90 years of sterilizer technology progress – the recent decades
Getinge’s 90-year heritage of providing world-class sterilizer equipment includes many significant technology leaps. Let’s take a closer look at some important milestones during the recent decades in the field of infection control.
“The continuous focus on innovation during recent decades have made our sterilizers faster, smarter and much more efficient when it comes to water and energy consumption. Many times, we have been early to the market with features taken for granted in today’s sterilizers,” says Karolina Olofsson, Product Manager Steam Sterilizers.
The GE 66 sterilizer from the 1980s marked the start of a new era with features such as a revolutionary control system replacing the old technology for microprocessor controlled sterilizers and a new high performance vacuum pump.
Another invention was that the sterilizer itself was built on a modular system, enabling configuration according to standardized market requests. This is common today, but at that time it was rare in the sterilizer market.
“Some customers will always require unique machines but modularization enabled many orders to be easily configured based on a number of options selected in a proprietary configurator. This was Getinge’s first real sterilizer platform,” says Bengt Storberg, Senior Principal Engineer.
The GE 2066 steam sterilizer, launched in 1996 followed suit. It was unique in several ways compared to its predecessor and also featured the first Eco system for water saving.
ECO versions saving water
The new ECO system, which reduced the water consumption, was an answer to a growing market requirement in some local markets.
“These models had an auxiliary heat exchanger and a function that circulated the vacuum pump's service water and separated water from the evacuated air. The design gave a great result and served as role model for later models seen in the market,” Bengt says.
Through a number of acquisitions, Getinge had production units around the world in the 1990's. Several of them manufactured sterilizers for local markets. As the development processes became more centralized, it could benefit from using the best solutions from the local units.
“The project to develop ‘world sterilizers’ covering demands and regulations in a global context began at the turn of the millennium. Except some local solutions in the United Kingdom and United States, all other markets were covered by the HS66 from the early 2000s, and the remaining local solutions had some global features,” Bengt explains.
Later upgrades of the global sterilizers were a direct result of the market demand for faster processes and higher throughput. A design by the team in the UK, featuring larger drainpipe dimensions, sloped piping to the condenser and larger steam inlets, brought the cycle times down to 31-45 minutes.
Today’s steam sterilizer portfolio includes the GSS67 and GSS610 based on the latest technology, yet with a strong bond to their heritage by providing a high throughput in a sustainable way.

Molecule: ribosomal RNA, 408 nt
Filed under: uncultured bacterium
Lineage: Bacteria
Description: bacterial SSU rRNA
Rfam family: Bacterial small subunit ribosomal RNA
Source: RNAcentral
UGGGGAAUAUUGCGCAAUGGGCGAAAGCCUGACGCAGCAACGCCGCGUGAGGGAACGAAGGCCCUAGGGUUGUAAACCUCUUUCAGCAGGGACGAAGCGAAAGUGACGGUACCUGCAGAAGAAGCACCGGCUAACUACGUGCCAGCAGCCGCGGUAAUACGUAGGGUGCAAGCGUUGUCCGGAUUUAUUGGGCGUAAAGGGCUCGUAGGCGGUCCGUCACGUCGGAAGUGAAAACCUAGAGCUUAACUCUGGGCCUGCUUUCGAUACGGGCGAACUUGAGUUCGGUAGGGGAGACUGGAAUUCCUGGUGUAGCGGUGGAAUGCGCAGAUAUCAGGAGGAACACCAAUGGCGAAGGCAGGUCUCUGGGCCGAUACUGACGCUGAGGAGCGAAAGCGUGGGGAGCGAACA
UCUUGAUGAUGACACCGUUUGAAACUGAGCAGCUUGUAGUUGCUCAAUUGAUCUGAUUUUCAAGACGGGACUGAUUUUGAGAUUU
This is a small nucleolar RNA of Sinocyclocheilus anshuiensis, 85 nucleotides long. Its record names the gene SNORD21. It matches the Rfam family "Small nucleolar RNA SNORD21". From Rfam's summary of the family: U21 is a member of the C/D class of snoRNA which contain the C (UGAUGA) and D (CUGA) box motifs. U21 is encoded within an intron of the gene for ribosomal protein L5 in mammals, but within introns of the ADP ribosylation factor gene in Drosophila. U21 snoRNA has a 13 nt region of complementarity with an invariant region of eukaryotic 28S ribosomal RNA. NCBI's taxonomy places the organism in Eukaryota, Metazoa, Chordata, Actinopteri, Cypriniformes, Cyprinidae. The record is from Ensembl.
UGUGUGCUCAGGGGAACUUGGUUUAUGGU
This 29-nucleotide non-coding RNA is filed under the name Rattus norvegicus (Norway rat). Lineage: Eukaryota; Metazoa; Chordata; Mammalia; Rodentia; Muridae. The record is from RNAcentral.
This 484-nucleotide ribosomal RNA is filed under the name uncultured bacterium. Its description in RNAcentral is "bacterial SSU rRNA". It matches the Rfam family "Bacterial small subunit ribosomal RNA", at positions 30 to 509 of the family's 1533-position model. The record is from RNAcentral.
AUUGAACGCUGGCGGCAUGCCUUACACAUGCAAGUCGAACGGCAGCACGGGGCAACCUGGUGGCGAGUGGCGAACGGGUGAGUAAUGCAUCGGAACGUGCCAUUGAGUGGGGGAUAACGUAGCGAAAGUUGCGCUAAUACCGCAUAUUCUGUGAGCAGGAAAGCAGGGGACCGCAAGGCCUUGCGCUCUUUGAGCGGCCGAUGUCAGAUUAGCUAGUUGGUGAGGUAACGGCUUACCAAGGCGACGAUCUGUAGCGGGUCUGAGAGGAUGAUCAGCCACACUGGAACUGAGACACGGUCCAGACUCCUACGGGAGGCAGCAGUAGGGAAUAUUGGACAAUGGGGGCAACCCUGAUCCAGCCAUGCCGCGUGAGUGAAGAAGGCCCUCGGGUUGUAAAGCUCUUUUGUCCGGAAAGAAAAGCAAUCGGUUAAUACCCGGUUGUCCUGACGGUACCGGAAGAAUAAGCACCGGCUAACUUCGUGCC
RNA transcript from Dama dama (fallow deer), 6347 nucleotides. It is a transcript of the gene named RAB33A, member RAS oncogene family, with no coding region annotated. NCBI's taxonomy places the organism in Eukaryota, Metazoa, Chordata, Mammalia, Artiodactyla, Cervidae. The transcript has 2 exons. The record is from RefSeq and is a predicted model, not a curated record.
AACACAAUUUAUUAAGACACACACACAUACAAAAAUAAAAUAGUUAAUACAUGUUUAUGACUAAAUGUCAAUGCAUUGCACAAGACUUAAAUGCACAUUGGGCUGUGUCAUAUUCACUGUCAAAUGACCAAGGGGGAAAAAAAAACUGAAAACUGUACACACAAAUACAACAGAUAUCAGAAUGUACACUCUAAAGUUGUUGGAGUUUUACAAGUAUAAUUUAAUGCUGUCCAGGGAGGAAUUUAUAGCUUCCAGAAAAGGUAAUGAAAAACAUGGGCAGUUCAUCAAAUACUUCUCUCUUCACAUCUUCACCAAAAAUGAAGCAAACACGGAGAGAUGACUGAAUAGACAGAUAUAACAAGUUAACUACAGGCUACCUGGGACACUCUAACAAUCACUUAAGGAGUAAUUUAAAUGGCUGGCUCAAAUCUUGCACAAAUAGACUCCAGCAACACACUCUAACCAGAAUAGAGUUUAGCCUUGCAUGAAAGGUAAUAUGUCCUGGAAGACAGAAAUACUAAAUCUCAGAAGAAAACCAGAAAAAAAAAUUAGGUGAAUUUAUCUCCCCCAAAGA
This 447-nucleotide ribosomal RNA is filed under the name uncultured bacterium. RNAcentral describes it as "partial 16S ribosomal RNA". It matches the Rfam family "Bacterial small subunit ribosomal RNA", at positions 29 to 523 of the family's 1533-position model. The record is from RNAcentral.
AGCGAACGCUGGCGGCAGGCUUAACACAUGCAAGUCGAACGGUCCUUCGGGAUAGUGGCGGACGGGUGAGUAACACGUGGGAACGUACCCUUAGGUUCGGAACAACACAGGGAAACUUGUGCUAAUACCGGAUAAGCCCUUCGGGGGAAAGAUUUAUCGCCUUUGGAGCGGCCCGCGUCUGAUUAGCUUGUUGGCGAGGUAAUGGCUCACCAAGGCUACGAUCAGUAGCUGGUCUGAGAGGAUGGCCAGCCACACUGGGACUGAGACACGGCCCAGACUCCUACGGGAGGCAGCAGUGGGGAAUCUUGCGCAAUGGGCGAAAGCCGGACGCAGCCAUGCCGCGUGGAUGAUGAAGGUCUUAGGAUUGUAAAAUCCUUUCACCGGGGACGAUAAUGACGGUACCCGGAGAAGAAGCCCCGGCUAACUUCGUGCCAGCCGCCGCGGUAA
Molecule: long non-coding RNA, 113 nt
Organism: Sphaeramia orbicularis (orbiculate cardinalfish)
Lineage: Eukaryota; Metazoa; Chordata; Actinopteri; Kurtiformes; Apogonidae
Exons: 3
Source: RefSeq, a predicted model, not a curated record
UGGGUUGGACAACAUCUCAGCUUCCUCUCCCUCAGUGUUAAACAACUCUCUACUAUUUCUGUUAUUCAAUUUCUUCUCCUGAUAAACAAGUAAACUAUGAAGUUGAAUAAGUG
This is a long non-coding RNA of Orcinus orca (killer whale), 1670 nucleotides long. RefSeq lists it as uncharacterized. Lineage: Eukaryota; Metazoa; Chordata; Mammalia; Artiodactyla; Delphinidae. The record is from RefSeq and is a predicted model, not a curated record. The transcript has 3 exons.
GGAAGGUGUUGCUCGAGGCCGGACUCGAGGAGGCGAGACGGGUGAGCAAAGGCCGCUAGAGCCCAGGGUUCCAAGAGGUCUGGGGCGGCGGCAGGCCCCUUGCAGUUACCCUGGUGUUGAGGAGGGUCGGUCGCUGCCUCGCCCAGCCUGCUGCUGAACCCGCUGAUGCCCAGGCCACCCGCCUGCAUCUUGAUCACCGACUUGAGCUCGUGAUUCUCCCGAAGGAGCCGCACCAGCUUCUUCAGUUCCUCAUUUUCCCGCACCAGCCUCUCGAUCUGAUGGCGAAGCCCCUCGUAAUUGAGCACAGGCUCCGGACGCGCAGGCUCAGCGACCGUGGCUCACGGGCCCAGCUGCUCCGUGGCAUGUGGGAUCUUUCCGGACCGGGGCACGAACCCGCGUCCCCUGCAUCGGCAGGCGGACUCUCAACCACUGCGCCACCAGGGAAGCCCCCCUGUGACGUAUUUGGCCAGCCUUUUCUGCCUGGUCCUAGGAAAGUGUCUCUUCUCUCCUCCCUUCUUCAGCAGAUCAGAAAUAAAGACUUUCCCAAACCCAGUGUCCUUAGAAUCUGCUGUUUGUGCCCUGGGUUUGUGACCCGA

Low-temperature sterilization progress
Getinge has developed formalin-based (formaldehyde dissolved in water) solutions for low-temperature sterilizing since the 1980s. Some of these early models combined high- and low-temperature sterilization by featuring a formalin and steam programs.
The most recent model GSS67F, which was released in 2016, still has the same double functionality by featuring high-capacity steam sterilizing as well as low-temperature formaldehyde sterilization. The flexibility of processing sensitive instruments like endoscopes as well as normal instrument sets in the same sterilizer saves space and extends sterilization abilities.
In 2015, Getinge acquired the Turkish manufacturer Stericool. The low-temperature process in this product is using vaporized hydrogen peroxide (VH2O2) to achieve a fast reprocessing cycle of products sensitive to heat and humidity.
Inhouse-developed control systems
The control system and user interface are important part of the aim to design sterilizers that are user-friendly both for customers and service technicians. Getinge started to develop control systems for its sterilizers inhouse in the 1980s using a Programmable Autoclave Control System (PACS).
PACS 2000, launched in 1991, was the first digitalized control system. It also had groundbreaking features, such as a patented system for measuring temperature and pressure with much higher accuracy than previous solutions on the market.
The next generation, PACS 3000, featured several improvements, including connectivity. The control system could communicate with Getinge’s software T-DOC, which supports the hospitals with complete instrument traceability and quality assurance in the sterile supply flow.
“Over the years, the digital evolution has helped us move from user interfaces with buttons and screens providing very little information to large, intuitive touchscreens with easy access to the entire sterilizer functionality. Our latest control system, the award-winning Centric, is a great example of how cooperation with operators drives the development of more user-friendly medical equipment,” Karolina concludes.
This article is part of a series of stories highlighting Getinge’s 90-year-old history of building sterilizers.
This text is intended for an audience outside of the US.